Warburg Institute

I went to a fascinating lecture by Tim Anstey of the Oslo School of Architecture about the different forms of the Warburg Institute Library: first, in the 1920s, next door to Warburg’s house, which originated the four floors of stacks from which books were fetched by an industrial system of elevators; then, flat, in Thames House, in space provided on a three-year lease in the 1930s by Lord Melchett, with furniture shipped from Hamburg; then in glorious, gothic confusion in the Imperial Institute, where Frances Yates did her research and Anthony Blunt was a research fellow; and then in a curious hybrid in a corner site in Woburn Square which combines Gertrud Bing’s liking for systematic, industrial order with (which I had not known) a desire to replicate the neo-Georgian character of the Fogg Art Museum, as required by Viscount Lee of Fareham as a condition of his support for the Courtauld Institute, which was planned to be next door.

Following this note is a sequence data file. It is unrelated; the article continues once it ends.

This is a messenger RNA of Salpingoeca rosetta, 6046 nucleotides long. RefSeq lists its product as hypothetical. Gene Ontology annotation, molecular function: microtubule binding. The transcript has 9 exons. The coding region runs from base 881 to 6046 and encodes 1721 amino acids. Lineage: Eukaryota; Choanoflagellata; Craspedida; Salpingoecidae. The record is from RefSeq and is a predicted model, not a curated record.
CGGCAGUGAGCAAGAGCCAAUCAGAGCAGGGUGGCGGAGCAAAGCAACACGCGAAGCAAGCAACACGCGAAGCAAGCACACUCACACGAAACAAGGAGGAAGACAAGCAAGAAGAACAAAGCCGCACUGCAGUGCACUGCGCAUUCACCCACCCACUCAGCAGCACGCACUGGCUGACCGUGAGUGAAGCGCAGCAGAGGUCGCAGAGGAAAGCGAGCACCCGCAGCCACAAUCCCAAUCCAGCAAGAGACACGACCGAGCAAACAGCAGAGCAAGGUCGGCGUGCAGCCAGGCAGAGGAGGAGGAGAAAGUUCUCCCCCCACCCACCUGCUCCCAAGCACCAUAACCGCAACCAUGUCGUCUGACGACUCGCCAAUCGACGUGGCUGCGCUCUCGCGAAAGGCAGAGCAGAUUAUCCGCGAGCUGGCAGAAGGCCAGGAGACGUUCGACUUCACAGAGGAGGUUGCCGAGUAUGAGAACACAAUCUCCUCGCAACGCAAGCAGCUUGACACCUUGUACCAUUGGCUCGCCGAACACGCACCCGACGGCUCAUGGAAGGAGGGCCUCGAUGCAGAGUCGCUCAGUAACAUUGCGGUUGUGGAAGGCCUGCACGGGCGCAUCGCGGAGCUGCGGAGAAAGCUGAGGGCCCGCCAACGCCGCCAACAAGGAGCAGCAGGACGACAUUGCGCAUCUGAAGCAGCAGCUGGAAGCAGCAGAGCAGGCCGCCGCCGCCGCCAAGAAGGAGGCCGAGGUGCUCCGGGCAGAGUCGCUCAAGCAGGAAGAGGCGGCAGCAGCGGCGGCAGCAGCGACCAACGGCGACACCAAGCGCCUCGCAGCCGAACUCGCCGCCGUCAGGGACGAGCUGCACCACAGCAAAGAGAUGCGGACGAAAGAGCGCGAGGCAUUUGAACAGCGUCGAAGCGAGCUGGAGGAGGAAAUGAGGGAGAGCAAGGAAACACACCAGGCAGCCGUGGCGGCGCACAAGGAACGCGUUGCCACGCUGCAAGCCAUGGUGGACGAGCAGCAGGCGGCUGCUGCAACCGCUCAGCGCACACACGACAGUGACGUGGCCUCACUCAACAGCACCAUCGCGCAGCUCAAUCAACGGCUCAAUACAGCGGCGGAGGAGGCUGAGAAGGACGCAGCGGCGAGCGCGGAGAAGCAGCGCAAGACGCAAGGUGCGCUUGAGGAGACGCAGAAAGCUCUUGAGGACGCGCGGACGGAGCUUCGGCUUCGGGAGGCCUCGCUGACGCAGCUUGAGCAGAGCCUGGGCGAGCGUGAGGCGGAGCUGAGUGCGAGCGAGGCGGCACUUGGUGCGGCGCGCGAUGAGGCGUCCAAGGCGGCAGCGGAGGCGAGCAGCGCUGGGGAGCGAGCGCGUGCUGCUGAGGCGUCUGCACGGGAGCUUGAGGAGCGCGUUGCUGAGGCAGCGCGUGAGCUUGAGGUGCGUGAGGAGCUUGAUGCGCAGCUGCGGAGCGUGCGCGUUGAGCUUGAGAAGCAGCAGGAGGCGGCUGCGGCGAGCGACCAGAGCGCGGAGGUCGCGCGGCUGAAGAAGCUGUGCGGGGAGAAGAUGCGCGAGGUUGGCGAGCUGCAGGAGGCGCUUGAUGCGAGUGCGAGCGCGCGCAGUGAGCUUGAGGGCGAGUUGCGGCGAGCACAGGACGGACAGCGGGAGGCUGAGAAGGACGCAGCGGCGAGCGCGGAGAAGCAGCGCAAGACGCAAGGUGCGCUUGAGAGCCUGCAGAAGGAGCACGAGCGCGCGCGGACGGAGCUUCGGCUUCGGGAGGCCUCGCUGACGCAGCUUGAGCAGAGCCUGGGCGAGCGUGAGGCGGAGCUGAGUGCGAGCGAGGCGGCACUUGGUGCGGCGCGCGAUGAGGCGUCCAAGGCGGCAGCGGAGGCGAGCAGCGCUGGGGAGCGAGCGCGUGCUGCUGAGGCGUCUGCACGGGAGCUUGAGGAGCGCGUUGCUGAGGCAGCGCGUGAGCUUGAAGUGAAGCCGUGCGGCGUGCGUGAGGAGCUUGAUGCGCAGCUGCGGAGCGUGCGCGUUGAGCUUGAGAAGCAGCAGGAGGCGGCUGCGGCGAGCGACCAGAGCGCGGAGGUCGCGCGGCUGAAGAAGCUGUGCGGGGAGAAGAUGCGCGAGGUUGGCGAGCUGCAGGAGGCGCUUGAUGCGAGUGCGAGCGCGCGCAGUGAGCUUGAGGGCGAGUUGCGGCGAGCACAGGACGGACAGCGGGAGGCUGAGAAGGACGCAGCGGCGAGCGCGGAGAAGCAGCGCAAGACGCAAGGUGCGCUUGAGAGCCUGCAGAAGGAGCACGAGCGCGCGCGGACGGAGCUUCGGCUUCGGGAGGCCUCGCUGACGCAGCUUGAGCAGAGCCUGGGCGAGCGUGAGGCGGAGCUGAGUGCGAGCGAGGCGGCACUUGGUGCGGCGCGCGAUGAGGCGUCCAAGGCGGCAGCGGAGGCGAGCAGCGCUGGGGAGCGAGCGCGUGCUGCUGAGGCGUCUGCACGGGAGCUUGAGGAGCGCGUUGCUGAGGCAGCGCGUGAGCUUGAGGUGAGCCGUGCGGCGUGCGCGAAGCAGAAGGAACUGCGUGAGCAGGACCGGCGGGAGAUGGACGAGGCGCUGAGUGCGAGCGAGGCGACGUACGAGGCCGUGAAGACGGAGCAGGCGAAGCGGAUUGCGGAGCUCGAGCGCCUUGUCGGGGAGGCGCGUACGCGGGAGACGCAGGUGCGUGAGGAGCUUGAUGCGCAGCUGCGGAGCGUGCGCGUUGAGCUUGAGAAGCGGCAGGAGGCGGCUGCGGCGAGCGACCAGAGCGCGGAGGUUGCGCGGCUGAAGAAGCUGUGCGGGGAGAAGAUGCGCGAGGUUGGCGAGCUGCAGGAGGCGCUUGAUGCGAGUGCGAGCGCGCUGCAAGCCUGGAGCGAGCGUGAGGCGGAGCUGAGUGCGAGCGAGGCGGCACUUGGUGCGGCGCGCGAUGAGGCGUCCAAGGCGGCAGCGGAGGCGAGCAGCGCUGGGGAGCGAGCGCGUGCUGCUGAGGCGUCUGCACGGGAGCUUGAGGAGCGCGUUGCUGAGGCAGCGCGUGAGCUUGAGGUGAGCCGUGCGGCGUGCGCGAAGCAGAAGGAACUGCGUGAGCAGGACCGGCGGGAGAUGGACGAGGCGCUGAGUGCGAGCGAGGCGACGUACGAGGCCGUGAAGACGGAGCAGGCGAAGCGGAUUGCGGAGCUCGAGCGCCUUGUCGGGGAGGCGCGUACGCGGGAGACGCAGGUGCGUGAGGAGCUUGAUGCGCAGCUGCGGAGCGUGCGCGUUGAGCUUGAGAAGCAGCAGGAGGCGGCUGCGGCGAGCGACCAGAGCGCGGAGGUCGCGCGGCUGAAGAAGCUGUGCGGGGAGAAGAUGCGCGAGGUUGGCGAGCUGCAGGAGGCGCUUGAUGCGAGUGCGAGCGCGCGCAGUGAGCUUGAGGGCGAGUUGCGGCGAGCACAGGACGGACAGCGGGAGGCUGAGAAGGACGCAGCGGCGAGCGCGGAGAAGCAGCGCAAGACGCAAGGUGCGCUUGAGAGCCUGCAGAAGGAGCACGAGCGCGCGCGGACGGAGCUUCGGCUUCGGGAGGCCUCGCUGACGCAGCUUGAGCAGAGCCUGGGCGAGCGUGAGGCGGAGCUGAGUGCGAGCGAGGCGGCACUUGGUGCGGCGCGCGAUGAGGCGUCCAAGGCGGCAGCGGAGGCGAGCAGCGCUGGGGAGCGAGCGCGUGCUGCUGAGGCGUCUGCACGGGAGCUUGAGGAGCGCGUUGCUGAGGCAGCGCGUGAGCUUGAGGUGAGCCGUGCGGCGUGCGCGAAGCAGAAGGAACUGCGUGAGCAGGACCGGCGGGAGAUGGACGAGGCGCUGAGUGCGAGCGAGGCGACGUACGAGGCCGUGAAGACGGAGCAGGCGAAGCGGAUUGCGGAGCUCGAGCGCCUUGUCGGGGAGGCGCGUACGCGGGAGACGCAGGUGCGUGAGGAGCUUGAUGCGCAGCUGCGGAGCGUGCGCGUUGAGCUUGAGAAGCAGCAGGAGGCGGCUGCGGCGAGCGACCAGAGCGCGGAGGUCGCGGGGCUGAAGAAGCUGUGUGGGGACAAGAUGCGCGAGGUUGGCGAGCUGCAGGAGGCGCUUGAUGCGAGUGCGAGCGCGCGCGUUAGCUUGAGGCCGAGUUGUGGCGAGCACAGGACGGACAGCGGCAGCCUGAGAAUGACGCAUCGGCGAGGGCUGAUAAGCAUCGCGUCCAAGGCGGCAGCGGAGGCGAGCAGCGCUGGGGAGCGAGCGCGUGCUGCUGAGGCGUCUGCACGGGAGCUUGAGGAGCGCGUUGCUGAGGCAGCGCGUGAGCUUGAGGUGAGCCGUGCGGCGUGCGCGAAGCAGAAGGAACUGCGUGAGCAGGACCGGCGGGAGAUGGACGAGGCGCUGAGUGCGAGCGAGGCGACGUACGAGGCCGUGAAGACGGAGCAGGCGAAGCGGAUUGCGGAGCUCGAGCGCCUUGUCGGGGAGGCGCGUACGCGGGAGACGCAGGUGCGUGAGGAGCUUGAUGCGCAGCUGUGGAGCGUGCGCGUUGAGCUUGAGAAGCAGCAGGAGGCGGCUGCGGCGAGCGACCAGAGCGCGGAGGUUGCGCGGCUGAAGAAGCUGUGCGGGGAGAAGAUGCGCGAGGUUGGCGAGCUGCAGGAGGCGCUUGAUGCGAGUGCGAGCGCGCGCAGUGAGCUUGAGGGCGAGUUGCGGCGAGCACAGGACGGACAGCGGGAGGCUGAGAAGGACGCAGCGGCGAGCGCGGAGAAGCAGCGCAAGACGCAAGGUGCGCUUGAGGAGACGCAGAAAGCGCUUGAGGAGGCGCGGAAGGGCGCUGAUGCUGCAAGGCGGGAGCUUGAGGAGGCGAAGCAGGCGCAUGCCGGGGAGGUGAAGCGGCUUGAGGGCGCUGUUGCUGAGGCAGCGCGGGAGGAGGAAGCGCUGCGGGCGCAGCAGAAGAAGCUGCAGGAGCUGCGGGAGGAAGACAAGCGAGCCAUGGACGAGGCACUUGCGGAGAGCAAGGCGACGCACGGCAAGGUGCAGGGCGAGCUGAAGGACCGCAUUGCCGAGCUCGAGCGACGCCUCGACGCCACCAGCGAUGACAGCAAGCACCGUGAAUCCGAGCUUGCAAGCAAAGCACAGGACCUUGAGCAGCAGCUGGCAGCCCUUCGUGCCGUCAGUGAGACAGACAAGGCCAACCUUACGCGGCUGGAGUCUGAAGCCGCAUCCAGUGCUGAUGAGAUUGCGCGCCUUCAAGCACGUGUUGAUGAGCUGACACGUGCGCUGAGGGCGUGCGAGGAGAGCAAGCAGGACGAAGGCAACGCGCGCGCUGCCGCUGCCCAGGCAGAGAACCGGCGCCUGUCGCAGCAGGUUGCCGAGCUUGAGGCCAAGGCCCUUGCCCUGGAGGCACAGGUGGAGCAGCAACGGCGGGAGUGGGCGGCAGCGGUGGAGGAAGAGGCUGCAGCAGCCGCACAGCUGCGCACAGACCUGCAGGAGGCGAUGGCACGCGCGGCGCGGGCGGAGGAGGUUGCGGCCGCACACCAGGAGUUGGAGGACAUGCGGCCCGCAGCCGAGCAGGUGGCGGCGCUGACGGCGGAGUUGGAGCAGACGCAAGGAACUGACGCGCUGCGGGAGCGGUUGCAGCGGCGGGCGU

This is the gothic disorder of the library when it was in South Kensington:-

And these are the first floor book stacks before they were filled with books in 1958:-


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